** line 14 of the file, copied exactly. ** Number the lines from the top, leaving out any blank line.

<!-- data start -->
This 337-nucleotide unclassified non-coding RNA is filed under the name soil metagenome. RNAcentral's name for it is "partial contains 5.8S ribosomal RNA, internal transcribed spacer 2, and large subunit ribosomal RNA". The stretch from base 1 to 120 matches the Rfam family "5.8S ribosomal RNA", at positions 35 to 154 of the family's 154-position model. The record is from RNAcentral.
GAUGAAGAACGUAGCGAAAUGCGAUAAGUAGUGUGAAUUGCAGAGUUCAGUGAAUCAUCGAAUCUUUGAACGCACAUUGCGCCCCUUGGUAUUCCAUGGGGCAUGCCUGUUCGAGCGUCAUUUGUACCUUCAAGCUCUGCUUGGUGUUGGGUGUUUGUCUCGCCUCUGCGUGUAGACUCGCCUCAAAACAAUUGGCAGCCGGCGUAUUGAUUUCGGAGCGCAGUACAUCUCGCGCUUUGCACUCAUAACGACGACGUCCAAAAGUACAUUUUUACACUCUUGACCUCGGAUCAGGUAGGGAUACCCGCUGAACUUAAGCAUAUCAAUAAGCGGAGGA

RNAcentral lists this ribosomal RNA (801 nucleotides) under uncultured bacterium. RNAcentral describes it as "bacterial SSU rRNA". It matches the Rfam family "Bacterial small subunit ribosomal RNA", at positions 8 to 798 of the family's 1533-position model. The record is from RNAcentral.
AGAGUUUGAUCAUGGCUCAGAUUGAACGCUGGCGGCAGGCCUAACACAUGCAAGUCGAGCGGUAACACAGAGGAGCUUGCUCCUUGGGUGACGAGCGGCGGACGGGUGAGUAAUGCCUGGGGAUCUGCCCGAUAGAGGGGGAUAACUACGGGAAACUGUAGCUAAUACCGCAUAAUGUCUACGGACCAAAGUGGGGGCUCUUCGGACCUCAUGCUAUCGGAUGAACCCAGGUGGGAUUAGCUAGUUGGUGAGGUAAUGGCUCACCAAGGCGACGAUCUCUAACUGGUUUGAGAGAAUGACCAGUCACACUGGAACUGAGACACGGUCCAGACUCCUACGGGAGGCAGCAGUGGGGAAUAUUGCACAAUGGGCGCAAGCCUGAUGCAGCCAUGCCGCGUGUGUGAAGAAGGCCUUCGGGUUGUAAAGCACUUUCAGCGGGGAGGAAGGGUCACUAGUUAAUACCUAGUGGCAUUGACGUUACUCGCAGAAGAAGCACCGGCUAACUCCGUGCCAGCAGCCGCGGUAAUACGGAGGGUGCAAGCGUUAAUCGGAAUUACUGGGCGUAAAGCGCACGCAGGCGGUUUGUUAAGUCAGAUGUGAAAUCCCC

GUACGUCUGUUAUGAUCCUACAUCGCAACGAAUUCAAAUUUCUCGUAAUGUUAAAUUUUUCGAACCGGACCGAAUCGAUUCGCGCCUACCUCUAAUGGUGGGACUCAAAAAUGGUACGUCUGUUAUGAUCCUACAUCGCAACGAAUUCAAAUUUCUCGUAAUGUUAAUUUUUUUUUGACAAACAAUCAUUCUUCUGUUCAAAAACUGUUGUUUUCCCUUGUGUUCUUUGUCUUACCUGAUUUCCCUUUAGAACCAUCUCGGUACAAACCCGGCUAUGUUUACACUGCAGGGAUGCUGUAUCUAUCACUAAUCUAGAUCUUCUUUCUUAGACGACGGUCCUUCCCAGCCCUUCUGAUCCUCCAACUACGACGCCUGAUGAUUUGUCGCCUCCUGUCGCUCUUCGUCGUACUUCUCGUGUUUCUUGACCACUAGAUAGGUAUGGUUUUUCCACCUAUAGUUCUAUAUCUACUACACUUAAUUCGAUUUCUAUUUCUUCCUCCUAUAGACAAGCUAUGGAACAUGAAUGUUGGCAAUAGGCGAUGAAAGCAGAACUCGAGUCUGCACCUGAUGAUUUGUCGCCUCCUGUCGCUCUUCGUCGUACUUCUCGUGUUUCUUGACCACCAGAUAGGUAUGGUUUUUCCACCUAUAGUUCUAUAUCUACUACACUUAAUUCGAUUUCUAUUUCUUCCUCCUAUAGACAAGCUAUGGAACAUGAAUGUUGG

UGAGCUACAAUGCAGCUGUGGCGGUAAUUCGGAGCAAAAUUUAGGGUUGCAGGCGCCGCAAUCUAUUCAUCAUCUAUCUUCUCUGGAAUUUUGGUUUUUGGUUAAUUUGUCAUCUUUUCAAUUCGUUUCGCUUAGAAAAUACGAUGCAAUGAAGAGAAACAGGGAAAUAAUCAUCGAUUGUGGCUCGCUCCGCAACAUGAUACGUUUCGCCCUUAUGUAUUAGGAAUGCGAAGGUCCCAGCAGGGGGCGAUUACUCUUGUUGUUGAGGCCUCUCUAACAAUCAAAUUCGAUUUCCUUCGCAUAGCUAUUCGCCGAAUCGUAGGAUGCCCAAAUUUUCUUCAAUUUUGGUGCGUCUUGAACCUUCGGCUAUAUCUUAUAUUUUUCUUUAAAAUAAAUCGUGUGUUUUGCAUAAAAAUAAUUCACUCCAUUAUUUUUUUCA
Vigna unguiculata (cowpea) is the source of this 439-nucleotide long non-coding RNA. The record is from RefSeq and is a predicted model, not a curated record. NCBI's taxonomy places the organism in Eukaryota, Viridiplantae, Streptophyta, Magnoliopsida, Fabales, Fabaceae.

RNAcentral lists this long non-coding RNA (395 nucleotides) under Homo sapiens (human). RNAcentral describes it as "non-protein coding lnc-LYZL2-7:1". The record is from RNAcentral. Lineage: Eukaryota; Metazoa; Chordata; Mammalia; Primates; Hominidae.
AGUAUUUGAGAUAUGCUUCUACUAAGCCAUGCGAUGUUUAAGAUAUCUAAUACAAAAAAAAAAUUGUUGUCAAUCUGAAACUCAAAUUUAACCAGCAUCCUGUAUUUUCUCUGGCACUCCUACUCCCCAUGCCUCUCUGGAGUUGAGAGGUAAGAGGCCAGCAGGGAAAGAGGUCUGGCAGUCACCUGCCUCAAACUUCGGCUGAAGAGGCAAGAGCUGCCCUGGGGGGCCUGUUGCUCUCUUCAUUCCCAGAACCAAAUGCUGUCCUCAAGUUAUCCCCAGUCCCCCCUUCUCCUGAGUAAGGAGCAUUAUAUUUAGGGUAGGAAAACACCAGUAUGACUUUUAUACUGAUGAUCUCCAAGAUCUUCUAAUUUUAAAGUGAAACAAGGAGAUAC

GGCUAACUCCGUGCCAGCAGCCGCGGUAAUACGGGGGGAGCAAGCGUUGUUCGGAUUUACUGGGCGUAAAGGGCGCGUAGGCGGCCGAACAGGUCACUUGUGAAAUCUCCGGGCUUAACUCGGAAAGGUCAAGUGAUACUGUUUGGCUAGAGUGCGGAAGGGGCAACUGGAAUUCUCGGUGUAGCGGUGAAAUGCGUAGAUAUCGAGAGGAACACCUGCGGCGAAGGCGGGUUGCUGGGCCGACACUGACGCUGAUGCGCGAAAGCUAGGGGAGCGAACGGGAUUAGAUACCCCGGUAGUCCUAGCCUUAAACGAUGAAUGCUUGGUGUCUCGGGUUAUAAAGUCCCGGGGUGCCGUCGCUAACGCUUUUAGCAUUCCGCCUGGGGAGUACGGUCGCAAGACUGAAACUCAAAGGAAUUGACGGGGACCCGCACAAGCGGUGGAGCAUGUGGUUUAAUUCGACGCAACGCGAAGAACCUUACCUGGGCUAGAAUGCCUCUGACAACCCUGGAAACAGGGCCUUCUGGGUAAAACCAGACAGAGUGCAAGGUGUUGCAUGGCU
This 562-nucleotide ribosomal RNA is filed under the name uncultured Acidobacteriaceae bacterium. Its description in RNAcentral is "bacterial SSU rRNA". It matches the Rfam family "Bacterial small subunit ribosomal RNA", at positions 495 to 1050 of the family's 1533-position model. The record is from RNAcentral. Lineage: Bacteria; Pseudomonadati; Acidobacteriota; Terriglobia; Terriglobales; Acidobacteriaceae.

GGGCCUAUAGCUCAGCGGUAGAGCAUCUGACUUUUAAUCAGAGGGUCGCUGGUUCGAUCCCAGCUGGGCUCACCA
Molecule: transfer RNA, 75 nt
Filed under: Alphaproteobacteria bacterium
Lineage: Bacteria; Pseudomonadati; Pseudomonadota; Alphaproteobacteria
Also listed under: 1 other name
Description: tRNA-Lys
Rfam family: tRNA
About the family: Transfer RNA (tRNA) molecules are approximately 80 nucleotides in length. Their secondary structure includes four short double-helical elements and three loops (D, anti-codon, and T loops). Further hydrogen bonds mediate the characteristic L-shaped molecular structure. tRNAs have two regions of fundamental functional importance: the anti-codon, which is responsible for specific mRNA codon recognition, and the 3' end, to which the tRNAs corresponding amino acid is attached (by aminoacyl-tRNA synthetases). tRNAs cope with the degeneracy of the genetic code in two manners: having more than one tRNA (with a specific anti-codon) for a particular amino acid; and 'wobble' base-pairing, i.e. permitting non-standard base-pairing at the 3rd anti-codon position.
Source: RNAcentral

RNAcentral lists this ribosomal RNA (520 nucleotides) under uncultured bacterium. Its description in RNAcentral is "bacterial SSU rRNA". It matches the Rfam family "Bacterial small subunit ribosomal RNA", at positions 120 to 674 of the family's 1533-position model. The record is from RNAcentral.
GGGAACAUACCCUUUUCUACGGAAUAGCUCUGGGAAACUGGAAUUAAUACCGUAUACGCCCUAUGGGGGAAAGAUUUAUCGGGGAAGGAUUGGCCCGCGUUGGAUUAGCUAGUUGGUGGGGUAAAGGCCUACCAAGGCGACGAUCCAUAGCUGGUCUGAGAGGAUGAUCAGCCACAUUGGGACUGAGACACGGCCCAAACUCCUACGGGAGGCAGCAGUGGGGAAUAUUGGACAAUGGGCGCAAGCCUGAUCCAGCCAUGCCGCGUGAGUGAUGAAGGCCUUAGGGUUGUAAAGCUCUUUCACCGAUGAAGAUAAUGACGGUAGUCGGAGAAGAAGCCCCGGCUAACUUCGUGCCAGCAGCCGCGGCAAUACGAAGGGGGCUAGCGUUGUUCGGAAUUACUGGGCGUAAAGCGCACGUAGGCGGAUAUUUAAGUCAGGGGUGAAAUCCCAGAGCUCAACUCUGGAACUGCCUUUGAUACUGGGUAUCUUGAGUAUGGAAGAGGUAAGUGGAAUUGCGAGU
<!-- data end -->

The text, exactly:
Filed under: Alphaproteobacteria bacterium